But in Establishment Clause cases, the injury is not uniformly felt. Secularists and minority religions that have neither the resources nor political acceptance to compete for federal funds are the real losers. I'm guessing that the political branches will not be receptive these groups, and instead of relying on formalities about constiutional sources of powers, the court should take seriously its political process rationale in this instance.

Michael C. Dorf said...

Is there any real doubt that the Roberts Court, were it writing on a clean slate, would recognize no taxpayer standing doctrine at all, not even for Establishment Clause cases? I expect that the doctrine of taxpayer standing for Establishment Clause challenges will come to resemble the Fourth Amendment exclusionary rule--a doctrine that remains on the books and gets enforced in core cases but is increasingly circumscribed.

For what it's worth, my FindLaw column this coming week will advocate cutting back on standing limits, an argument that I think is right in principle but which the Court is unlikely to endorse.

Thomas Healy said...

One point I didn't make in my original post is that while the Court has cut back on taxpayer standing in establishment clause cases it has liberally allowed standing to challenge religious displays even where no tax dollars have been spent. In County of Allegheny v. ACLU, for instance, plaintiffs challenged the county's display of a creche and menorah that had been donated by local religious groups. The county paid no money for the displays and provided only minimal assitance in storing and erecting them. Yet neither the appeals court nor the Supreme Court questioned the plaintiffs' standing.

What's the injury in these cases? Some lower courts have suggested that plaintiffs are injured if they have to alter their routine to avoid seeing an offensive display. But the Court hasn't expressly embraced this theory, so some writers have suggested that the Court's theory of standing can be found in Justice O'Connor's endorsement test. O'Connor argues that governmental endorsement of religion is impermissible because it "sends a message to nonadherents that they are outsiders, not full members of the political community." Although directed to the merits, not the issue of standing, the endorsement test sheds light on O'Connor's view of the injury in religious display cases. Plaintiffs in these cases are harmed, she implies, because government’s endorsement of religion casts them as outsiders, as second-class citizens not deserving of the same consideration given to adherents. In other words, standing in these cases is based on stigmatic harm, in spite of Allen v. Wright's holding that such harm is generally not sufficient for standing.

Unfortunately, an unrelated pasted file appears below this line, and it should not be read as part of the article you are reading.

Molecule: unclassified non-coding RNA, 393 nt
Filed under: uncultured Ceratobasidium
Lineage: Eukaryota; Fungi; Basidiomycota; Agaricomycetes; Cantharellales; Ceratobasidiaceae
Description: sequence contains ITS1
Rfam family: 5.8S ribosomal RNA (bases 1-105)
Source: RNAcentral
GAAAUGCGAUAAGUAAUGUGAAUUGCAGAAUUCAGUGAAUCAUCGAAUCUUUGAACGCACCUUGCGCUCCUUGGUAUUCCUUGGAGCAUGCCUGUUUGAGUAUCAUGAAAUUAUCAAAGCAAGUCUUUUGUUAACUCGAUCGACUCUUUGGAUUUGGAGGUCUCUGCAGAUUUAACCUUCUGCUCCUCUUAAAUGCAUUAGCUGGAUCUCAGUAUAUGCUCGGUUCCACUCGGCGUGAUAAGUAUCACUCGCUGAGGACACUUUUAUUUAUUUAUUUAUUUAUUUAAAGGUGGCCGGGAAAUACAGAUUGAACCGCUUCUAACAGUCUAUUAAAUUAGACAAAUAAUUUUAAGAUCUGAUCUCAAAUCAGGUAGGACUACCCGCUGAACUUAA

Howard Wasserman said...

First, Judge Posner's majority opinion discusses the "having to alter their route" theory of standing, linking that relaxed theory to the special, relaxed rules of taxpayer standing for Establishment Clause cases.

Second, to the extent stigmatic harm is uniquely recognized under the Establishment Clause (but not the Equal Protection Clause), that is consistent with the Flast Court's recognition of the structural nature of the Establishmnt Clause as permitting broader standing rules.

Third, to the extent the stigmatic harm is directed to the merits, as Thomas suggests, that underscores the problem with standing--asking whether the plaintiff was harmed IS directed to the merits and squeezing it into Article III has just created problems.